Neal Browning receives a shot in the first-stage study of a potential vaccine for COVID-19, the disease caused by the new coronavirus at the Kaiser Permanente Washington Health Research Institute in Seattle.
Gov. Ned Lamont and headlines illustrating public distrust in a potential covid vaccine during his briefing Monday. At bottom right is a sign language interpreter.

Pointing to skepticism he attributed to the Trump administration’s hurried program to produce a COVID-19 vaccine, Gov. Ned Lamont said Monday he intends to draw from a broad array of constituencies to publicly vet the safety, efficacy and best practices for distributing a vaccine should one be approved.

Vice President Mike Pence and federal health officials told governors on a briefing call to expect a widely available vaccine in July, but the administration’s previous goal of producing 300 million doses by January through “Operation Warp Speed” did not engender public confidence, Lamont said.

Polling by Pew Research Center and others has found a deep mistrust of experimental COVID treatment by Black Americans, who have suffered disproportionately from a disease that has now claimed nearly one million lives worldwide, 200,000 in the U.S. and 4,495 in Connecticut.

“That’s why we’re putting together a group of the widest group of stakeholders we can. That’s why we’re going to do this all in public,” Lamont said, adding he will “do everything we can to give people a little confidence this is no Tuskegee experiment.”

He was referring to the Tuskegee Syphilis Study by the U.S Public Health Service, which tracked without treating venereal disease in hundreds of Blacks for 40 years until a whistleblower went public in 1972, producing one of modern science’s worst bioethical scandals.  

Lamont named two co-chairs of his advisory group: Dr. Deidre Gifford, his acting public health commissioner; and Dr. Reginald J. Eadie, president of Trinity Health, the hospital network that operates St. Francis in Hartford, St. Mary’s in Waterbury and Johnson Memorial in Stafford.

Eadie, who is Black, said he well understands the legacy of Tuskegee and the need to develop community trust in any vaccine program. He said he will serve as “an advocate to the African American community.”

He and Gifford “will not promote the vaccine to the state of Connecticut and its citizens unless we’re sure, regardless of race, age, co-morbidities, that it’s the right thing to do and safe for all of you,” Eadie said. “And that’s a promise.”

STAT, a health news site, reported earlier Monday that an association of Black physicians intended to create a panel of experts to evaluate COVID therapies and vaccines, an expression of distrust in the ability of the Centers for Disease Control and Prevention and the Food and Drug Administration to resist political pressures.

“It’s necessary to provide a trusted messenger of vetted information to the African American community,” said Leon McDougle, a family physician and president of the National Medical Association. “There is a concern that some of the recent decisions by the Food and Drug Administration have been unduly influenced by politicians.”

A week ago, Lamont’s talk of outreach to Black churches to help with outreach over a vaccine was viewed suspiciously in comments to a Facebook post by Sen. Douglas McCrory, D-Hartford.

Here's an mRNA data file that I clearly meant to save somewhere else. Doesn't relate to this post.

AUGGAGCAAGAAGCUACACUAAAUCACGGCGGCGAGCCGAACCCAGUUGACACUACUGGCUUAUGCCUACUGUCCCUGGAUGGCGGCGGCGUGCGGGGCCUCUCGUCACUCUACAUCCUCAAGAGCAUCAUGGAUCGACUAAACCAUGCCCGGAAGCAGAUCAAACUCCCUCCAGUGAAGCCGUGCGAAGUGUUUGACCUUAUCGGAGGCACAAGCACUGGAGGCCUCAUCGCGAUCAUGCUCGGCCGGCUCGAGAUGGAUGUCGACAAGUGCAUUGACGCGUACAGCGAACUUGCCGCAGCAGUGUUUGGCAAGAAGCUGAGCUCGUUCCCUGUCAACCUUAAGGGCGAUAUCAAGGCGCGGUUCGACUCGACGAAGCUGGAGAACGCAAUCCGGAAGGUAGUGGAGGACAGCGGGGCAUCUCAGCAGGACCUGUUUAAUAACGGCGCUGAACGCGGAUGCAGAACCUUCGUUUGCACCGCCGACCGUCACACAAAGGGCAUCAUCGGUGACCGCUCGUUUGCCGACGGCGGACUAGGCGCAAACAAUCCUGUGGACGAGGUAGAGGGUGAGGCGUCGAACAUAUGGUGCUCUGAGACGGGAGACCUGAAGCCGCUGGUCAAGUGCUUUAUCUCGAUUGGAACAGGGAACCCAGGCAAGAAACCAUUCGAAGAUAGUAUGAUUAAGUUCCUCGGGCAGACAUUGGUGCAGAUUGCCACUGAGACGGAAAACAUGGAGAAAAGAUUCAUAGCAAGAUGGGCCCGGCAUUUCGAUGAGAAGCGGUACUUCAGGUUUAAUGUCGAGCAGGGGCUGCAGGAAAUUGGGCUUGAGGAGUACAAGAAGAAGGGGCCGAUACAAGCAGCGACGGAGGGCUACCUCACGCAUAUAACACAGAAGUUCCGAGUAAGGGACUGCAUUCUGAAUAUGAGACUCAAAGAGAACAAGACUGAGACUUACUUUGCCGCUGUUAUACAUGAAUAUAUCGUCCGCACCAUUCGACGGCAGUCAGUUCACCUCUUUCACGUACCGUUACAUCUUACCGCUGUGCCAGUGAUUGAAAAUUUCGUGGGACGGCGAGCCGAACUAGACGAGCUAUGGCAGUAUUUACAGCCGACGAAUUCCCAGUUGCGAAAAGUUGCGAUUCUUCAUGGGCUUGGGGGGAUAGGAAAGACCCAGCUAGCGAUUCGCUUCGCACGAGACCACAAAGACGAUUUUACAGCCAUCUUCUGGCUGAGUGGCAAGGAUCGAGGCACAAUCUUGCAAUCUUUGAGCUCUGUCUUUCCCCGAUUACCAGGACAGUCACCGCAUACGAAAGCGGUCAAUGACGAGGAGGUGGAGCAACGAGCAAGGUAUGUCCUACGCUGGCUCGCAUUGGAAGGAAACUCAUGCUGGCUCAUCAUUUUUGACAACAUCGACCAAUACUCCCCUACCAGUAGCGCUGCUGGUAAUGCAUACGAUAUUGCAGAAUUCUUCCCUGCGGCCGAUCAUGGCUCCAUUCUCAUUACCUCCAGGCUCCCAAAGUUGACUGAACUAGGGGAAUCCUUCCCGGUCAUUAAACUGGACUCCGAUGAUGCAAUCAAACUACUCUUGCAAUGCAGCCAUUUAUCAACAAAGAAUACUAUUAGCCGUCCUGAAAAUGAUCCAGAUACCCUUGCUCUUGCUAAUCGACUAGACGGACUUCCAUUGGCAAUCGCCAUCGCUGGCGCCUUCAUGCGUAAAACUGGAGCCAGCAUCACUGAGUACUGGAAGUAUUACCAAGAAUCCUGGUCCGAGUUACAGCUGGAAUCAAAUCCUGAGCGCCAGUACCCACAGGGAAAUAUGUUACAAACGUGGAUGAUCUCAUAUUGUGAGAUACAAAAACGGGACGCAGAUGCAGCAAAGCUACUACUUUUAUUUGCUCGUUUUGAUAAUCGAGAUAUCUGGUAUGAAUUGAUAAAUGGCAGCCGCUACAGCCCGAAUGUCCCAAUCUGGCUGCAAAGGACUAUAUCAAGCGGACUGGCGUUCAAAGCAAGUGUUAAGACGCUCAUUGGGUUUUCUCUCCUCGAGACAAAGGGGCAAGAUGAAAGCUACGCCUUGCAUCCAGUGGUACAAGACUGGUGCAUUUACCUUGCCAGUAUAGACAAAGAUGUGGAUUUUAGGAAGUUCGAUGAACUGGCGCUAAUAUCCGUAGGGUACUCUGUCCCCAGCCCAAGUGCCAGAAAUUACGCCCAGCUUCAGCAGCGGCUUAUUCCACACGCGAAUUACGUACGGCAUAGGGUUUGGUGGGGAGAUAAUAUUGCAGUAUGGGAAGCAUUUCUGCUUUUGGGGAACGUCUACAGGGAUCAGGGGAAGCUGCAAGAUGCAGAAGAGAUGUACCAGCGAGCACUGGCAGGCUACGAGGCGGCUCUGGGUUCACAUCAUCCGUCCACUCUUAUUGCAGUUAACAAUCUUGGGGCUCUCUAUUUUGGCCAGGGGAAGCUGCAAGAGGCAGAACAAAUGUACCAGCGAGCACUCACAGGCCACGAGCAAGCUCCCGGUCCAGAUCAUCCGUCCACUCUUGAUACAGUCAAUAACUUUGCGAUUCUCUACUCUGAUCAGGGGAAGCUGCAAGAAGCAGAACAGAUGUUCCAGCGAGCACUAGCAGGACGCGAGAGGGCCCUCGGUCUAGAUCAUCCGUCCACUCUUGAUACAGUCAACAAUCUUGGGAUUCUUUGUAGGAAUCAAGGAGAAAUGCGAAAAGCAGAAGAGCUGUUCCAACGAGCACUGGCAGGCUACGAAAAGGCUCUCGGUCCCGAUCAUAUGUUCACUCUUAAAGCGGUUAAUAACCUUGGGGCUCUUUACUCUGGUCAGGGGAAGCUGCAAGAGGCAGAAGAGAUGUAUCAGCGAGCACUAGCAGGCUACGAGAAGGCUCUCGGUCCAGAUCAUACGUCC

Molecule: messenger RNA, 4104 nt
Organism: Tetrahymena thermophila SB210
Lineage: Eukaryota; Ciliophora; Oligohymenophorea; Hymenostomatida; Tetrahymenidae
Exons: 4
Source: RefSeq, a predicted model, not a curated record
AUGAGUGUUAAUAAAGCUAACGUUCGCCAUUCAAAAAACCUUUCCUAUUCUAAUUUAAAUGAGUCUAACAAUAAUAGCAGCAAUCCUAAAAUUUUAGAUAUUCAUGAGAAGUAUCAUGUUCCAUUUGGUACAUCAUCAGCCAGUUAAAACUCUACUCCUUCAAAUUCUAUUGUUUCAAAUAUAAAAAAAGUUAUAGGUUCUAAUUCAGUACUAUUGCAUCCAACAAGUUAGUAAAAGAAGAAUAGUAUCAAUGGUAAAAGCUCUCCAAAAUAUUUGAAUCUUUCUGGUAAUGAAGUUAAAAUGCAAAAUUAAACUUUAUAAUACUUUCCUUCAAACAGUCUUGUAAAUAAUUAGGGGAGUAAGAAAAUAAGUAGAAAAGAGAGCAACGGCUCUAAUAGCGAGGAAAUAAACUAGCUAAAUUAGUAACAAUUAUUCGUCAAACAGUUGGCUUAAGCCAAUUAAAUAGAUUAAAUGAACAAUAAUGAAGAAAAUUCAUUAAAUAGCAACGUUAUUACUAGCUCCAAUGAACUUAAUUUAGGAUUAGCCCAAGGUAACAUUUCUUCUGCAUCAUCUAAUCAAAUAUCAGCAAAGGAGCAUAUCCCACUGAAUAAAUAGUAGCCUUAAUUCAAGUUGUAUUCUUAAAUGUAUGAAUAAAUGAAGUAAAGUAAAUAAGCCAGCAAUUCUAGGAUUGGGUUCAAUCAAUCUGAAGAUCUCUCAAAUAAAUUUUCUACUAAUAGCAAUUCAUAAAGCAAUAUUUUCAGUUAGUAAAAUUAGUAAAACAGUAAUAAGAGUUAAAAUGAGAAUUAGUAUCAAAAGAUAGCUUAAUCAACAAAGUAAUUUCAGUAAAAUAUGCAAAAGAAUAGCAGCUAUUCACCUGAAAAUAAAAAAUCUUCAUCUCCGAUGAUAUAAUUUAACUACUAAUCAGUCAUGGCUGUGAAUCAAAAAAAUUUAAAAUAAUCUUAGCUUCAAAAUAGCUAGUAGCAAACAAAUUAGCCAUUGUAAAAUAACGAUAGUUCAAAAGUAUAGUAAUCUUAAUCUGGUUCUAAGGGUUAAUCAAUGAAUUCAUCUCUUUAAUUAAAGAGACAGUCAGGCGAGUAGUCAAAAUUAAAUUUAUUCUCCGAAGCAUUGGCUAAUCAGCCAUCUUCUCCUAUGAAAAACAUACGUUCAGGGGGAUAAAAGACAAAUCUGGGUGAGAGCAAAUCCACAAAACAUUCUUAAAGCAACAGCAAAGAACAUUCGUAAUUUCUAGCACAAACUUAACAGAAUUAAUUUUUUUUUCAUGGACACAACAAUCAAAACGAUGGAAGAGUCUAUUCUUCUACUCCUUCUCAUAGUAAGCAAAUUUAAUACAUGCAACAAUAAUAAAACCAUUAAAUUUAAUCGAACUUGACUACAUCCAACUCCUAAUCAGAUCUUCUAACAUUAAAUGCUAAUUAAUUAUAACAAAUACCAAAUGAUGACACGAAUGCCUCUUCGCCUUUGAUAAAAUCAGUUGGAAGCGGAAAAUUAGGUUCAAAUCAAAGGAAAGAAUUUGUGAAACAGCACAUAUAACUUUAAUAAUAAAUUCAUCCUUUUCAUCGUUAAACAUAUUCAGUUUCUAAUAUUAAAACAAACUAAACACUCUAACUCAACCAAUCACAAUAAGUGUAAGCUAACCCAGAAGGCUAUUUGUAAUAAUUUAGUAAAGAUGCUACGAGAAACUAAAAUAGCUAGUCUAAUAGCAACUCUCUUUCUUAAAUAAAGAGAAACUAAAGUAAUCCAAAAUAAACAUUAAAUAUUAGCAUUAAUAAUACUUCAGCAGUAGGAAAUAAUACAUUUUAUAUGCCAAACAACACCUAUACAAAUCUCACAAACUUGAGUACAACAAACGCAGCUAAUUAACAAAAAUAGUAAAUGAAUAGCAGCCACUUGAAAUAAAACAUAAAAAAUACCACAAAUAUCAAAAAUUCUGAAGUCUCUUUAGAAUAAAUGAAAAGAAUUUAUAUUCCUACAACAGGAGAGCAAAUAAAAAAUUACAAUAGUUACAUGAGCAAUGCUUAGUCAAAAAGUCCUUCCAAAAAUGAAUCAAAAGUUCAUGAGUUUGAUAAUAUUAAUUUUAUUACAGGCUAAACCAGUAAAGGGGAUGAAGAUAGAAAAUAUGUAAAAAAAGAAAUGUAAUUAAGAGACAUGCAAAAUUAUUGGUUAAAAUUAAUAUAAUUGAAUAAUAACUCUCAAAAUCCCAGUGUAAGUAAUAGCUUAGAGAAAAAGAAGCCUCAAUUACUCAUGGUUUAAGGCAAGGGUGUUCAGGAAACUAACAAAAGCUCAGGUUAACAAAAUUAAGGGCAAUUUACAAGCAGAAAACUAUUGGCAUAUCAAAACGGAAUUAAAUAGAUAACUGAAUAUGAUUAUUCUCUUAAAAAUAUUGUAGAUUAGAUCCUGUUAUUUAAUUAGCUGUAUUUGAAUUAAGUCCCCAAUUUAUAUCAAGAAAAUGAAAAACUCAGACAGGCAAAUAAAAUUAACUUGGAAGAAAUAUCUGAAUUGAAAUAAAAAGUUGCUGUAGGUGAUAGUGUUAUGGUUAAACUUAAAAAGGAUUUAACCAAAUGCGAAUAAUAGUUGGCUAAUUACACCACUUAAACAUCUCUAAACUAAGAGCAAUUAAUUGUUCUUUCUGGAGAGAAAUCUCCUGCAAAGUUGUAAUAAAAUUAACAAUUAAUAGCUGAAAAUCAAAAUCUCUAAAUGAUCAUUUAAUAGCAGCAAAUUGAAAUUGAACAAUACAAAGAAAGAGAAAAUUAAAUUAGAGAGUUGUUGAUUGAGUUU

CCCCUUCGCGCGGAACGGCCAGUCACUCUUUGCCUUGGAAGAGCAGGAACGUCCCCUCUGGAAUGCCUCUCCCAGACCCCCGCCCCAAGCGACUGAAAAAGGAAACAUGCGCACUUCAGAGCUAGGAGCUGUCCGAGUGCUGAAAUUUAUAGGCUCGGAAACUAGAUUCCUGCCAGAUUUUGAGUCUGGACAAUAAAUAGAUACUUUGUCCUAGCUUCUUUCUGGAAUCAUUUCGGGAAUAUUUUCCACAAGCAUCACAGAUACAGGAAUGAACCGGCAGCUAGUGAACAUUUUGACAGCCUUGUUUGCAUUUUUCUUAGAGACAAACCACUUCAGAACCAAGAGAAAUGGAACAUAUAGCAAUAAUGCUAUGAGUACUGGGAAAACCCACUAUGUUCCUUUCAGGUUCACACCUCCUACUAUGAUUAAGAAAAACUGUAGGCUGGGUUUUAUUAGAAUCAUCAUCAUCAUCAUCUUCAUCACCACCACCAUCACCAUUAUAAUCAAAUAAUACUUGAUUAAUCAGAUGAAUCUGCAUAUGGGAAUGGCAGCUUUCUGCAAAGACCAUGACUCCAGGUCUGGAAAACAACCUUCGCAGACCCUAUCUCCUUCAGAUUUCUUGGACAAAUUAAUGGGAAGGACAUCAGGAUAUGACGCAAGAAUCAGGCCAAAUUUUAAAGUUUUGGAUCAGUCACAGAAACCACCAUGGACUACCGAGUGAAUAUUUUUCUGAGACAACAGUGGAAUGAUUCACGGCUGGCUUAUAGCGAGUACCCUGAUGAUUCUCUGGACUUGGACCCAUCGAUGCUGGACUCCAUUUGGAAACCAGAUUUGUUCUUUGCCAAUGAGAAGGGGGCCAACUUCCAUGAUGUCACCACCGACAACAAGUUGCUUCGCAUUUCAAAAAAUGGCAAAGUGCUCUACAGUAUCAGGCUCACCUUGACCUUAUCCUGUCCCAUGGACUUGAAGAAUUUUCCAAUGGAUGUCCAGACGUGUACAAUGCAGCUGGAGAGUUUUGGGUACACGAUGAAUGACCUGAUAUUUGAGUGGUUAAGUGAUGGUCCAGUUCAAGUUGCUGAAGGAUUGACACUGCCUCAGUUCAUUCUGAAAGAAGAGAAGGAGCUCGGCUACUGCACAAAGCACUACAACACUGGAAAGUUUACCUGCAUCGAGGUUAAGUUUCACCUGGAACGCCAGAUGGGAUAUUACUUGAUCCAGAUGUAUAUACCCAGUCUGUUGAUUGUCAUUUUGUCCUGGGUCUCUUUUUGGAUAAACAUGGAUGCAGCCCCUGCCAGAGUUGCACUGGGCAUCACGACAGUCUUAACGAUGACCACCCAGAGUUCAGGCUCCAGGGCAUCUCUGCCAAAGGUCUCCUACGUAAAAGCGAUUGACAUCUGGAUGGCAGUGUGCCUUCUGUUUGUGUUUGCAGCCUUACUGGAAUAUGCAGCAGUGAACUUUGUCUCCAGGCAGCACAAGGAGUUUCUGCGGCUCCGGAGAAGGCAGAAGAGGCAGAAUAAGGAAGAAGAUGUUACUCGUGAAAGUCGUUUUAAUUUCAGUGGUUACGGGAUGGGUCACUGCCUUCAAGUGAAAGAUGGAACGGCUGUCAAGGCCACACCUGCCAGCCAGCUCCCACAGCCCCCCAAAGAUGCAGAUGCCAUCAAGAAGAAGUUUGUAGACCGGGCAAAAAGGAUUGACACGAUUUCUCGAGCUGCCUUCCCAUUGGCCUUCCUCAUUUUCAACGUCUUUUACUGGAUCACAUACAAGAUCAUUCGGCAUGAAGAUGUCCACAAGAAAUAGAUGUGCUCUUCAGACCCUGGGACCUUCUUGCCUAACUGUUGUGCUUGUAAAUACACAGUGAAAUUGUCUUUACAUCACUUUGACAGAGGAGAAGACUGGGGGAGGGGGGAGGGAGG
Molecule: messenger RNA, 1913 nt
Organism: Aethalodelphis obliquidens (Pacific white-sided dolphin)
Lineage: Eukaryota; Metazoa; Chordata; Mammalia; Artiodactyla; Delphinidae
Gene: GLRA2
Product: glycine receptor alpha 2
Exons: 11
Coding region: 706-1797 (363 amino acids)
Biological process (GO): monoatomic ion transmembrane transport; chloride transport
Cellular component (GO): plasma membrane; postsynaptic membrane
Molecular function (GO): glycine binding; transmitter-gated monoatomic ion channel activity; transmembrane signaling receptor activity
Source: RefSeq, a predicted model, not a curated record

McCrory, whose district includes the Black neighborhoods of north Hartford, said many of his constituents believed their community was shortchanged when it came to testing in the early days of the pandemic, even though it was hard-hit by the disease.

“We’re last to get to get tested and first to be vaccinated?” he said.

McCrory said he was organizing a town hall meeting in the next two weeks about vaccinations in the Black community.

“We can have a conversation. It’s important to hear both sides of a conversation, not just one side,” McCrory said.

McCrory said skepticism in the Black community about a COVID vaccine is a product of history — and current events. The push to quickly develop a vaccine exacerbates a well-founded suspicion about how science and medicine treat Blacks, McCrory said.

Lamont’s advisory group will begin work in October after Lamont completes his appointments. Unlike his Reopen Connecticut advisory group, it will meet publicly and and include state lawmakers, as well as vaccine experts, emergency management officials and representatives of “highly impacted communities.”

“If you want to get this COVID-19 behind us, I’ve got to give you confidence when it comes to testing, I’ve got to give you confidence when it comes to therapies, and I’ve got to give you confidence when it comes to a vaccine,” Lamont said. “And the best way I can do that is to get the best minds here in the state to reinforce our message.”

His announcement came on a day when the CDC abruptly withdrew guidance on its web site that the novel coronavirus is transmitted primarily through the air, the latest in a string of confusing or contradictory steps. The CDC said a draft guidance was inadvertently posted and was being revised.

Connecticut recorded 497 infections among the 45,595 test completed since Friday, a positivity rate of 1.1%.

Mark is the Capitol Bureau Chief and a co-founder of CT Mirror. He is a frequent contributor to WNPR, a former state politics writer for The Hartford Courant and Journal Inquirer, and contributor for The New York Times.

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